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The Peasant Mary

She is thirteen.  Short and wiry with dark olive skin.  The trace of a mustache on her upper lip, soft black down on her arms and legs.  The muscles are hard knots in her arms, solid lines in her calves.  Her hair is almost black and has been folded into a single braid down her back for as long as she can remember.  The weight of it raises her chin and makes her walk tall, as she has learned to do when carrying jars of water or bundles of kindling on her head. You don’t bend into the burden.  You root into the ground and grow out of it, reaching up and becoming taller.  The greater the weight, the taller you become: the peasant woman’s secret of making the burden light.

Her thin linen shift is torn from snagging on rocks and stones.  Even the patches are torn, and the original black has long since faded into gray....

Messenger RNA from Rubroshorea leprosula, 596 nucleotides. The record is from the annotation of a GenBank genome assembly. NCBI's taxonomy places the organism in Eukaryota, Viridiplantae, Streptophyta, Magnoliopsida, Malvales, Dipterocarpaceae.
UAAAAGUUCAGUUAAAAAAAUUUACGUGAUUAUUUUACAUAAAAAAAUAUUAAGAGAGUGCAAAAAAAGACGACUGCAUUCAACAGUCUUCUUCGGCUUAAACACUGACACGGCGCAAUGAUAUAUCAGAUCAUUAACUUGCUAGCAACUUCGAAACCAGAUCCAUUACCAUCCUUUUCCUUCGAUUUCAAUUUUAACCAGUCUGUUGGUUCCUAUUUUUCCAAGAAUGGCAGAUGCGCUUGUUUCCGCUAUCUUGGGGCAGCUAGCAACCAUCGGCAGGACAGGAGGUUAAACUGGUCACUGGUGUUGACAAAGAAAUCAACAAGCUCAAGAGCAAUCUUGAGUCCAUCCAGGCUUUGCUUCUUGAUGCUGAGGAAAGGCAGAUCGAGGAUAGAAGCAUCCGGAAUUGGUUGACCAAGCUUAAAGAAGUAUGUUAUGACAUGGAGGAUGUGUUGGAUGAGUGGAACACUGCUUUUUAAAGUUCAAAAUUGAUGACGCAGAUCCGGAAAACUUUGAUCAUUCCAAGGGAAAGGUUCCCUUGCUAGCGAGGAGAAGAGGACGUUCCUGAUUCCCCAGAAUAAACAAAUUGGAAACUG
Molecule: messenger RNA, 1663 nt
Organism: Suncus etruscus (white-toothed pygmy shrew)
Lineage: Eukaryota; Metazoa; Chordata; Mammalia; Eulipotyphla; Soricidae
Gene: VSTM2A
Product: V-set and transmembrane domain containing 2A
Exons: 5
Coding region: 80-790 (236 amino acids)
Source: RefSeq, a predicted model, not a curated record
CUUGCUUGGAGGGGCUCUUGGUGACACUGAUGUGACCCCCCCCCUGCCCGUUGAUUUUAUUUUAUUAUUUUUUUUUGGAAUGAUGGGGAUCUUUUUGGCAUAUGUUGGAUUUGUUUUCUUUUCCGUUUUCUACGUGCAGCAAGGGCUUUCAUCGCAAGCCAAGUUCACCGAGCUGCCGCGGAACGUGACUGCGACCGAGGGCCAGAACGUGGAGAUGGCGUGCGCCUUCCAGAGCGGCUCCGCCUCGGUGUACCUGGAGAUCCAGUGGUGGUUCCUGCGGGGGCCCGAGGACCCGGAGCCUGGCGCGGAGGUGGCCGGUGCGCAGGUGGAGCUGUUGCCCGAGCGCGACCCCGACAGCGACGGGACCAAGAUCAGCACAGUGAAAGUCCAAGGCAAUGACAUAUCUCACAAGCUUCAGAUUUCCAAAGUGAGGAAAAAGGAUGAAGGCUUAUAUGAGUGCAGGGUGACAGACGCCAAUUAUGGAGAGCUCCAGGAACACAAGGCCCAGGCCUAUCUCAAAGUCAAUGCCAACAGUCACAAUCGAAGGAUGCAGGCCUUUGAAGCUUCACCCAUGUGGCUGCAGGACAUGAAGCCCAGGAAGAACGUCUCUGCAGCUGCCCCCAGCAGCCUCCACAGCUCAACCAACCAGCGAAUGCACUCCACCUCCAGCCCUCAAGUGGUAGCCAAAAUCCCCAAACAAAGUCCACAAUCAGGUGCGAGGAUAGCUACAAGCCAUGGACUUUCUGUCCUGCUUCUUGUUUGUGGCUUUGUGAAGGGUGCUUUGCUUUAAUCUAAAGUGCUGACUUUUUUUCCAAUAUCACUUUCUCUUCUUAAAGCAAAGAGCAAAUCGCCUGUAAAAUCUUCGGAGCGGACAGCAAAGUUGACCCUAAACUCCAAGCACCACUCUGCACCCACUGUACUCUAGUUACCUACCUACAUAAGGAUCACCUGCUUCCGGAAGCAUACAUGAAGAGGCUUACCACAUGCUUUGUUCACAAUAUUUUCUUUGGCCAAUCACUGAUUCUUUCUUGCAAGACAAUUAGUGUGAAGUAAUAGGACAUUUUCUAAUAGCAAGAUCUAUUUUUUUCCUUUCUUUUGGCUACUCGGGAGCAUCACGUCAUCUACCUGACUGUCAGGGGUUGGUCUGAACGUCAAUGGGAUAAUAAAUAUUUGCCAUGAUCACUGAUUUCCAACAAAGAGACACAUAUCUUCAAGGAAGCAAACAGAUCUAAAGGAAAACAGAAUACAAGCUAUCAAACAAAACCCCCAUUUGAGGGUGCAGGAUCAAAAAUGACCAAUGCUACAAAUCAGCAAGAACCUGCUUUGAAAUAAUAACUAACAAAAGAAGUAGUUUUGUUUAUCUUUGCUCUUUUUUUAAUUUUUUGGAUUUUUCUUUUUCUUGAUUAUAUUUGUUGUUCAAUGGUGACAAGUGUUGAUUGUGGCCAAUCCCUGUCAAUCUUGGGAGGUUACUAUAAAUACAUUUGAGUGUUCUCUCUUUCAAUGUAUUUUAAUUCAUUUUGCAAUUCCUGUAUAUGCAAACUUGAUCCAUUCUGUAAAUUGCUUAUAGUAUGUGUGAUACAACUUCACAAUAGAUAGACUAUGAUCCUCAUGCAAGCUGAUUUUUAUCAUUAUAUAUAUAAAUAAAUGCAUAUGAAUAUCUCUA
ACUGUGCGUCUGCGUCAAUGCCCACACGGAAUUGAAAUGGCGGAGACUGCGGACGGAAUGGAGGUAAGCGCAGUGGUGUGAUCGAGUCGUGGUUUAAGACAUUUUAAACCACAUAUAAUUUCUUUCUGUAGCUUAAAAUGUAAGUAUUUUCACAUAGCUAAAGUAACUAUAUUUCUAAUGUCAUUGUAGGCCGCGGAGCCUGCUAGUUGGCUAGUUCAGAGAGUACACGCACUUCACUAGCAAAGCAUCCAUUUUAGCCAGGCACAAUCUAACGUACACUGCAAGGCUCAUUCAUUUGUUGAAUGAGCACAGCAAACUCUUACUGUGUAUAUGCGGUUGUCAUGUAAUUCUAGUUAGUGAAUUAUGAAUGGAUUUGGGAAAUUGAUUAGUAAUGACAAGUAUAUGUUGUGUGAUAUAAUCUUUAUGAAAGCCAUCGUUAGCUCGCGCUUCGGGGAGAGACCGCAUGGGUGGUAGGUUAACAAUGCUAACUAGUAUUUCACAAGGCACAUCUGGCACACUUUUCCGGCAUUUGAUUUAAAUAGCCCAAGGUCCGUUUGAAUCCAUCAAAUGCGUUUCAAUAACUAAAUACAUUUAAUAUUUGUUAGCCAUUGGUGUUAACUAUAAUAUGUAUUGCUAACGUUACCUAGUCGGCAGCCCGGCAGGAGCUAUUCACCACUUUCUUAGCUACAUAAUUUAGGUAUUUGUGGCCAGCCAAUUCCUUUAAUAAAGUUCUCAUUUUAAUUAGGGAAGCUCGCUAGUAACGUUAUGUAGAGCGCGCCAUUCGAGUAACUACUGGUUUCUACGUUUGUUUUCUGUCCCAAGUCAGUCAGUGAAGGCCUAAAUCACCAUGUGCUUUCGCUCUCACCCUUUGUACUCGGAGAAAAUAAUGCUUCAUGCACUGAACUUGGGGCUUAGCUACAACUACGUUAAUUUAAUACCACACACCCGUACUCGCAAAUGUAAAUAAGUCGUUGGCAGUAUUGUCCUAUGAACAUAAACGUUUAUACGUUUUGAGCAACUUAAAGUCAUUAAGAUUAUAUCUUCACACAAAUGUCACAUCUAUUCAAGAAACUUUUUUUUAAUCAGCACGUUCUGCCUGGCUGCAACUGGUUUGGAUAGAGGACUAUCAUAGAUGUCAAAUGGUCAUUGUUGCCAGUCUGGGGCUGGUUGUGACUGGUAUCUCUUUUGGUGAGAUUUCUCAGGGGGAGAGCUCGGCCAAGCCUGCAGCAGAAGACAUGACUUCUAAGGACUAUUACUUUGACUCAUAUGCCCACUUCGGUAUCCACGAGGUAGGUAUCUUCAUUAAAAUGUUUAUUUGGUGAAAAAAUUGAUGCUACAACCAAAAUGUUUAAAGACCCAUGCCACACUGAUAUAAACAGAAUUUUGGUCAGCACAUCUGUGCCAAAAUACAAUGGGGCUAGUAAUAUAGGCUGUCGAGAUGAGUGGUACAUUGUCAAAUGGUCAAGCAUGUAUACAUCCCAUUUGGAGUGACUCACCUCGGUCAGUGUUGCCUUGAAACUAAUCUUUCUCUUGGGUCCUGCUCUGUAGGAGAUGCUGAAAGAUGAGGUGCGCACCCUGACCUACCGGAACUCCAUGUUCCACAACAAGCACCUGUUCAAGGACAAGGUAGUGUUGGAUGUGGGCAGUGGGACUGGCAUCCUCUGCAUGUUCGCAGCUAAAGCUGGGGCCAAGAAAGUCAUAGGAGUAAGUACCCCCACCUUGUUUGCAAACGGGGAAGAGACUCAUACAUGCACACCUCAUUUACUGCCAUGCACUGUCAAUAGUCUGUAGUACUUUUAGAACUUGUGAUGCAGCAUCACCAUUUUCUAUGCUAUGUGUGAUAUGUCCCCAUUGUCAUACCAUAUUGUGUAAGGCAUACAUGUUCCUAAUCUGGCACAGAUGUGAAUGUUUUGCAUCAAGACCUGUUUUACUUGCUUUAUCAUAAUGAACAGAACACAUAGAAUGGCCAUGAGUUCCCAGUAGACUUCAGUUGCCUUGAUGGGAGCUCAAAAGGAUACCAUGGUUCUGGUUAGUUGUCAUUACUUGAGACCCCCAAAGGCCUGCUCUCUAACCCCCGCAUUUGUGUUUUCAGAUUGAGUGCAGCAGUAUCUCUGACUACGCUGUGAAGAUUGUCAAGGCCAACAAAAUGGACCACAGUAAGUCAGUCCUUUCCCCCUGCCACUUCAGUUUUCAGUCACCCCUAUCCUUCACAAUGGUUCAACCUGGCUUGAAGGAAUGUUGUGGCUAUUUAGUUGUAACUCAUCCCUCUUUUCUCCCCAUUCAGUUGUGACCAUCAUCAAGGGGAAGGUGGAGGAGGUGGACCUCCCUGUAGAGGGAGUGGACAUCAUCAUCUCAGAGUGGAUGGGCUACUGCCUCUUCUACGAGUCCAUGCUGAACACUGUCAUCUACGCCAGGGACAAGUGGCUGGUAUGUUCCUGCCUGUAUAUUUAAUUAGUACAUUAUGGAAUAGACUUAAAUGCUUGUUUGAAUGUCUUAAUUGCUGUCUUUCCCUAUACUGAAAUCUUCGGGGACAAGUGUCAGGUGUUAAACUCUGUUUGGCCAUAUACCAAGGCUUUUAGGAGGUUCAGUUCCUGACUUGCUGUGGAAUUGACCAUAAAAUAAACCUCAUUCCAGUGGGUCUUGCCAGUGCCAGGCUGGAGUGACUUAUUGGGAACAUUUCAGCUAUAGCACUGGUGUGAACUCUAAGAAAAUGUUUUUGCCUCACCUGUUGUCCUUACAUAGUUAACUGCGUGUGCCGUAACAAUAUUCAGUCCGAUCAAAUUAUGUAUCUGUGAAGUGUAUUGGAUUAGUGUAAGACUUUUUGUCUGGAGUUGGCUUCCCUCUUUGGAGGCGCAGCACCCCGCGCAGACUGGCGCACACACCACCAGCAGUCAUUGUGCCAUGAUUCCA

The shift hides the gentle bulge in her belly.  She is unmarried and pregnant.  Sometimes, when she’s sure nobody else is around, she’ll fold her hands just below the curve, feeling how much it has grown.  Her grandmother once told her you could know a child’s sex before it is born by where you put your hands: above the belly means a girl, below the belly, a boy.  Or is it the other way around?  She can’t remember, but it doesn’t really matter.  Like every pregnant woman, she hopes for ten fingers, ten toes, a hungry mouth, and a lusty yell – a healthy baby, despite the odds.

- Lesley Hazleton, Mary: A Flesh-and-Blood Biography of The Virgin Mother (Bloomsbury, 2005), pp. 1-2.